This time Signal Close Action was played with optional signaling rules, and it did make complex maneuvering very dangerous. Inherently difficult maneuver, such like tacking in battle is insane to start with, but with signaling rules in play, it becomes suicidal. If something goes wrong – and it will, there is nothing one can do to change it. Ships in absence of annul, or other signal will have to follow the one they had. Any correction or annul takes at least, if lucky, one turn to reach the ships. By then, order such as wear in succession has already been executed at least by one or two leading ships. Recalling them to perform tack again, or wear is, well… Ternay - 9

It was evident that once word was out to the fleet, there were no practicable way to annul the signal and change mind. Delay, albeit only one turn, has dramatic effect on the overall fleet control. Everything relies on the signals, their timely execution and decision when to send them out.  Yet again, excellent, fast and very realistic game, given the simplified system that SCA:FP is. I fully acknowledge that the full system would, especially in this particular tactical scenario give very, very good game indeed. Ternay - 10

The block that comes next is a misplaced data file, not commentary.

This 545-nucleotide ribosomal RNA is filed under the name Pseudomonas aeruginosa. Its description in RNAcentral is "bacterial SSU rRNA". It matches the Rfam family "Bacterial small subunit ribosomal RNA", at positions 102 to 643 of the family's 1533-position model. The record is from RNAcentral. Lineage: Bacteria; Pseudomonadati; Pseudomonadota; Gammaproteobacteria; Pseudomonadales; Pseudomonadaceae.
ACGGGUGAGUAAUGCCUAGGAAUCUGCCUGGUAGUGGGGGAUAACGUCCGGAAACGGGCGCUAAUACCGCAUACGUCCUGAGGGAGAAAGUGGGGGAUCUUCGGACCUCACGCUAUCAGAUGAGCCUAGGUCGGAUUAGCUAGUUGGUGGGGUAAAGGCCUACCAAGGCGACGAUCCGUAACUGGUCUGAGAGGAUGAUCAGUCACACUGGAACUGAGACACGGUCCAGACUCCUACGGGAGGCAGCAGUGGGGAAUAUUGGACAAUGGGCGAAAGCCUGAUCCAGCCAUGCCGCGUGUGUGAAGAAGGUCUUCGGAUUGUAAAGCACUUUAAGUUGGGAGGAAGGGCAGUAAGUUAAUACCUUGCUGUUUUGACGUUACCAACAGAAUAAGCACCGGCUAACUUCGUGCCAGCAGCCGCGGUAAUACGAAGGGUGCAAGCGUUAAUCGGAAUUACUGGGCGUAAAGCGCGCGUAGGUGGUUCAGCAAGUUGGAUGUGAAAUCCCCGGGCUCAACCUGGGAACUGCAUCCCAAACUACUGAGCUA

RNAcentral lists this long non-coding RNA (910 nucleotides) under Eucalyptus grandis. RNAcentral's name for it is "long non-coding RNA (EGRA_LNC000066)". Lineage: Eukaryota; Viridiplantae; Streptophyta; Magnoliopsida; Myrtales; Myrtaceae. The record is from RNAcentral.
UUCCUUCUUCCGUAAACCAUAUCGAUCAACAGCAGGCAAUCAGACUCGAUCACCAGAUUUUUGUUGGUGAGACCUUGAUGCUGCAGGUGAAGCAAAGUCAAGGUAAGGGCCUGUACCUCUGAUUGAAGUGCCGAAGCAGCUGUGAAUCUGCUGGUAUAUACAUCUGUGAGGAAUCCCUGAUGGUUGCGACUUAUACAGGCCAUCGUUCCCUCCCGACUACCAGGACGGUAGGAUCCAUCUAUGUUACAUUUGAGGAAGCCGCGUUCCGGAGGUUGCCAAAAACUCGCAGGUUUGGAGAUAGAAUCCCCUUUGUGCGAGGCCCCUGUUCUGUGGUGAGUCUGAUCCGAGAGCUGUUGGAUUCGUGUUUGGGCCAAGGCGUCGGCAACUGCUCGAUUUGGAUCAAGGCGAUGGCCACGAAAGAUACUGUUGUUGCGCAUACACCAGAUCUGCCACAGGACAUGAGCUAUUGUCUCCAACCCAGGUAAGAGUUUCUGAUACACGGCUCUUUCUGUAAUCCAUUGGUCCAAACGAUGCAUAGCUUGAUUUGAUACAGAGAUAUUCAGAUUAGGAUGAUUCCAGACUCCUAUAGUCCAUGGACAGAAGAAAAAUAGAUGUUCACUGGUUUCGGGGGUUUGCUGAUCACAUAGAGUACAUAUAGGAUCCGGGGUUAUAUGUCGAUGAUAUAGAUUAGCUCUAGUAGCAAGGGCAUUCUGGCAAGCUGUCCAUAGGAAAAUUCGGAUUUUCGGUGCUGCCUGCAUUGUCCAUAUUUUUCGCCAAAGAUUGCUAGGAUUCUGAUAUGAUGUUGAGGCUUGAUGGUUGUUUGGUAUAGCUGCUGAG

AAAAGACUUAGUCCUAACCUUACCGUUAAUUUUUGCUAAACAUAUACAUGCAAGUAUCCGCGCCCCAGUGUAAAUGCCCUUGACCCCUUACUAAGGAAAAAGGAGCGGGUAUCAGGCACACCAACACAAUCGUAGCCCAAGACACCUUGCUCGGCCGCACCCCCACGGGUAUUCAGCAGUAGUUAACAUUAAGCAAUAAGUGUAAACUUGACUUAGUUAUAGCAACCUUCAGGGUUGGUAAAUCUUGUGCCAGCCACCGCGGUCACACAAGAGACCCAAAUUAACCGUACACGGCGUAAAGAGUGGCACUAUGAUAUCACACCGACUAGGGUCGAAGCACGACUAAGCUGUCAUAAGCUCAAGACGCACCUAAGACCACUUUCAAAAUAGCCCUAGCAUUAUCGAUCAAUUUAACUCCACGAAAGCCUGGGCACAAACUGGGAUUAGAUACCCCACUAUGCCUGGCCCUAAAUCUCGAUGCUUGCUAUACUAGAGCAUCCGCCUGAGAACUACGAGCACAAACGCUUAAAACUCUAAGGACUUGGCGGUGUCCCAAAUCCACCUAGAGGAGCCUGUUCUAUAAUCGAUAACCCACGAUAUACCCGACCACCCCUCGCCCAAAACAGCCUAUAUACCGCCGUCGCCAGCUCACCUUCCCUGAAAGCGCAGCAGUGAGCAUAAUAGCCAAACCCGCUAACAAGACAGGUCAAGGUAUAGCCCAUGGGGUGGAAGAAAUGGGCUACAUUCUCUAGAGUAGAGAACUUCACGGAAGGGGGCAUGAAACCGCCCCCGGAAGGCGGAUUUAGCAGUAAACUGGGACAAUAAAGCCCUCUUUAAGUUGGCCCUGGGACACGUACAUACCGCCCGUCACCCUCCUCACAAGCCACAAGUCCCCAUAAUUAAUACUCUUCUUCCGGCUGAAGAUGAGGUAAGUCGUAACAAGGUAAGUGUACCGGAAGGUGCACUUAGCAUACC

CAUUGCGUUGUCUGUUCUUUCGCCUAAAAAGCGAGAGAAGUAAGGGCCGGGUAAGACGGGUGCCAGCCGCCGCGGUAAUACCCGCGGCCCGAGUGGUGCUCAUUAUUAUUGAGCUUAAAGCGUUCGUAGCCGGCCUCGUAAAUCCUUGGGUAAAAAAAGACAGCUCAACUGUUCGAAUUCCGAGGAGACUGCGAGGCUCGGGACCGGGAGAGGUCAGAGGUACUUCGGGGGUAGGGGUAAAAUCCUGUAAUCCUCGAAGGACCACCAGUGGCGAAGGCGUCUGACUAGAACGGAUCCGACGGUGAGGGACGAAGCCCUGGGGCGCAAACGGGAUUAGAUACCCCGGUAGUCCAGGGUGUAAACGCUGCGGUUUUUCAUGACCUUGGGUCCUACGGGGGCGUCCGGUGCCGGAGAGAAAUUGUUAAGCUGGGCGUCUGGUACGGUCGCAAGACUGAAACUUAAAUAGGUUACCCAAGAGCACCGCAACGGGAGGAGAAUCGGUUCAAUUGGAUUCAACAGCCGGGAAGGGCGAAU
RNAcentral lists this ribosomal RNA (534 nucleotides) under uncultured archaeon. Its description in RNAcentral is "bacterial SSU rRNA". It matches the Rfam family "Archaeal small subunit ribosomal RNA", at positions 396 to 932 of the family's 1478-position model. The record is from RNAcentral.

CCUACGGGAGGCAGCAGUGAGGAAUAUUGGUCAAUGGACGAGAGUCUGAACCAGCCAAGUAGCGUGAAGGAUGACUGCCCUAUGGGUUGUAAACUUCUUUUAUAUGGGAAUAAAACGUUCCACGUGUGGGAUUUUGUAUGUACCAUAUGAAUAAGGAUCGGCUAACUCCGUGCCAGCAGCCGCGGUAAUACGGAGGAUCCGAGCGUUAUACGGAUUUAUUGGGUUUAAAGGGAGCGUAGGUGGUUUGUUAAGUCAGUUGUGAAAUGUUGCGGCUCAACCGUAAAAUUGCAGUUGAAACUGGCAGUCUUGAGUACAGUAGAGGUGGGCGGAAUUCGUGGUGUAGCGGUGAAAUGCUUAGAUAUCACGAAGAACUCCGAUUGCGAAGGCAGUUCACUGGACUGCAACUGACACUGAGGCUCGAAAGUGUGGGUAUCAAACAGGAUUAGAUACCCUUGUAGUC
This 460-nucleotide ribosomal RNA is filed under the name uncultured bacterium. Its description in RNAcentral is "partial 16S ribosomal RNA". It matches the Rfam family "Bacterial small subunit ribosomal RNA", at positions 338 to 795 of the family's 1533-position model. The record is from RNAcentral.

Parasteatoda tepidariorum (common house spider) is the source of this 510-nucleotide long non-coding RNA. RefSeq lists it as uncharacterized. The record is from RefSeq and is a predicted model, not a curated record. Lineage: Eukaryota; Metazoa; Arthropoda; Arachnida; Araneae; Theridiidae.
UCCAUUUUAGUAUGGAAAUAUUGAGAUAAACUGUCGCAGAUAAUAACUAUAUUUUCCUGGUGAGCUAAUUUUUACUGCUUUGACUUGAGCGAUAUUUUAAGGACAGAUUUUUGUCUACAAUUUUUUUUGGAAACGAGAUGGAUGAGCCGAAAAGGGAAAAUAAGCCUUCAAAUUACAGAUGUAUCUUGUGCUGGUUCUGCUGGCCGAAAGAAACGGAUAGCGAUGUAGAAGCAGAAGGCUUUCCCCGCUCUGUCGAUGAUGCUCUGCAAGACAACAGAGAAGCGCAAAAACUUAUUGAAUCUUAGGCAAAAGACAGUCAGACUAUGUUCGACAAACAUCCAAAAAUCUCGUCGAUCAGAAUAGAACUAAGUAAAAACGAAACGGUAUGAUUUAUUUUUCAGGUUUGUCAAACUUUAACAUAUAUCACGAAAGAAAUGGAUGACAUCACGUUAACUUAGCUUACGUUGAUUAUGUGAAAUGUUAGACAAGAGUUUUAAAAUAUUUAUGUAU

Final evolutions before the recall of French Fleet. British let the French slip – mostly due to their own developing disorder – while two ships could have immediately start chase, they would also have to face the whole French fleet, should they be separated too far.

Posted in 7 years war, AAR, Naval engagements, Revolutionary wars, Signal Close Action | Tagged , , , , | Leave a comment

Fire in the Sky – American disaster

We had an opportunity to play Fire in The Sky – my favorite take on the Pacific war and I had the honor of playing American side of the story. I have to admit that the American problem – excessive flow of wrong material at the wrong time is a bit frustrating – especially if opposition manages to snatch CV’s away early on.

My opponent opted not to go for the Pearl Harbor to my amazement, but instead put up a strike force that guaranteed the flow of oil and to take out Port Moresby and Guadalcanal. Besides of that, he was rather conservative in the oil expenditure, and reserves were building up quite nicely – especially near disaster near Wake that reminded Japanese that American CV threat is real. Unfortunately US TF did not manage to cause damage nor hits to the Japanese, but they certainly treated more carefully afterwards.FiS - 1